"But the communication is the main thing.  We can't afford to lose crucial moments or data.  I'm guilty too - I gave a small dose of esmolol during a busy moment but just made a note of it without verbally announcing it, whereas I should have said, 'thirty of esmolol going in now.'  So I think we need to make a group effort on the team communication thing."

He didn't get defensive and he certainly wasn't indifferent; in fact, I know already from working with him before that he cares very much about doing the right thing for his patients.  Yet I didn't expect the conversation to go as smoothly as it did. I expected it to be much more uncomfortable, but it went surprisingly well.  Was it because he was receptive and cared about the clinical work as much as I did? Because I avoided getting upset and putting a lot of attitude in my tone of voice?  Because we sat face to face and tried to listen to each other?  

It's tough being the new one, the "young" one, the female one, and have to engage in touchy conversations with older male clinicians who've been at this job much longer but with (as this guy describes it) less rigorous training.  I was expecting more awkwardness.  It was a testament to this man's maturity and good professional intentions that he was willing to hear my criticism and agree to work on specific things that would ultimately help the whole team function better.

After that I went to the colleague I was helping originally to ask if there was some way I could have been of better use to him - to take some of my own medicine - but he refused to be critical.  I know I could have been more efficient, less clumsy, anticipated his needs better, but all he would say was, "No, you helped a lot."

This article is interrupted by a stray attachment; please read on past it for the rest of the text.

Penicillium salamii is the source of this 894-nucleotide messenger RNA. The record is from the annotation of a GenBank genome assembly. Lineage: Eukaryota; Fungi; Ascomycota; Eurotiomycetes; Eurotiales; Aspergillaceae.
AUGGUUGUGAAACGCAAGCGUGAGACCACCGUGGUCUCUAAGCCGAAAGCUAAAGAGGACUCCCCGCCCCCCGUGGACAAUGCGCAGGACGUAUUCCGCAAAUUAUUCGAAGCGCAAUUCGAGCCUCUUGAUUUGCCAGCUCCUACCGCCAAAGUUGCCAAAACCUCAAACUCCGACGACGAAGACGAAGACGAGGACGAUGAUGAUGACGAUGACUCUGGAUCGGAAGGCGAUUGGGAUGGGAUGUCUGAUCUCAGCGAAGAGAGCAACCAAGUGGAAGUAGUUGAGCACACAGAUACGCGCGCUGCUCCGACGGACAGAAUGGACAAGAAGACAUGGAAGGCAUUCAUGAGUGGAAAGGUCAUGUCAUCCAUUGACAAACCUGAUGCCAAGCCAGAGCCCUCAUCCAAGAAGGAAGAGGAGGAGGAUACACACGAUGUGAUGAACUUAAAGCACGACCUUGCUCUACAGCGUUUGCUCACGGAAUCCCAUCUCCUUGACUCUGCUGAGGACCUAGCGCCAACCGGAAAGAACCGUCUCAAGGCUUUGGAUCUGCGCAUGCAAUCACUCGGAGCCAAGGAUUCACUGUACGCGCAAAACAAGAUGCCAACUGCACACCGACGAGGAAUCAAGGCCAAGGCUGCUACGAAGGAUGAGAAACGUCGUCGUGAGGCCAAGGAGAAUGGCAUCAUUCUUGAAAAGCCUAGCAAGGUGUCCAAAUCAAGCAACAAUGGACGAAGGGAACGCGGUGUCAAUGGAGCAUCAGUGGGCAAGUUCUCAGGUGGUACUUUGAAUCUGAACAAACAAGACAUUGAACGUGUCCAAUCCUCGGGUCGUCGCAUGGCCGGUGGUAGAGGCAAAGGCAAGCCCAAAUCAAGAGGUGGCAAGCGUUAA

Oh well.  I wish my colleague had given me more feedback. I know there was plenty of room for improvement in my own team participation.  I guess I'll just have to keep practicing and trying to learn from each day as it comes.  


Kirti said...

Leadership suits you! I think women actually make better "managers" sometimes...

T. said...

Kirti, you're too kind. I don't know...sometimes I wish I could just interact with people through writing rather than speaking, without losing the human contact somehow. I think the writing part of my brain is a much more comfortable place than the speaking part!

What's interesting to me are the different gifts men and women bring to the fore when they take charge of something. If we could take the absolute best both had to offer and emulate those things, I think group dynamics everywhere would totally benefit! :)

Doc said...

I think you are being too hard on yourself. Obviously in situations like that you expect certain things and you expect that people will do their jobs. When they don't then it can be detrimental for the patient. I agree that communication is essential and too often we don't communicate as we should. It is also being the new kid on the block. Everybody has to get used to how you practice and what your skills are. They have to test you.

transorz said...

T., I especially liked your reply to the clinician's "I realize I was bad and won't do it again" response to turning the machine off. You encouraged mindfulness and participation rather than instilling a fearful shut-down posture in him going forward.

That is a really nice job seizing upon a very subtle and elusive learning opportunity -- growth opportunity, really -- that managers/leaders tend to devalue and/or miss out on all the time.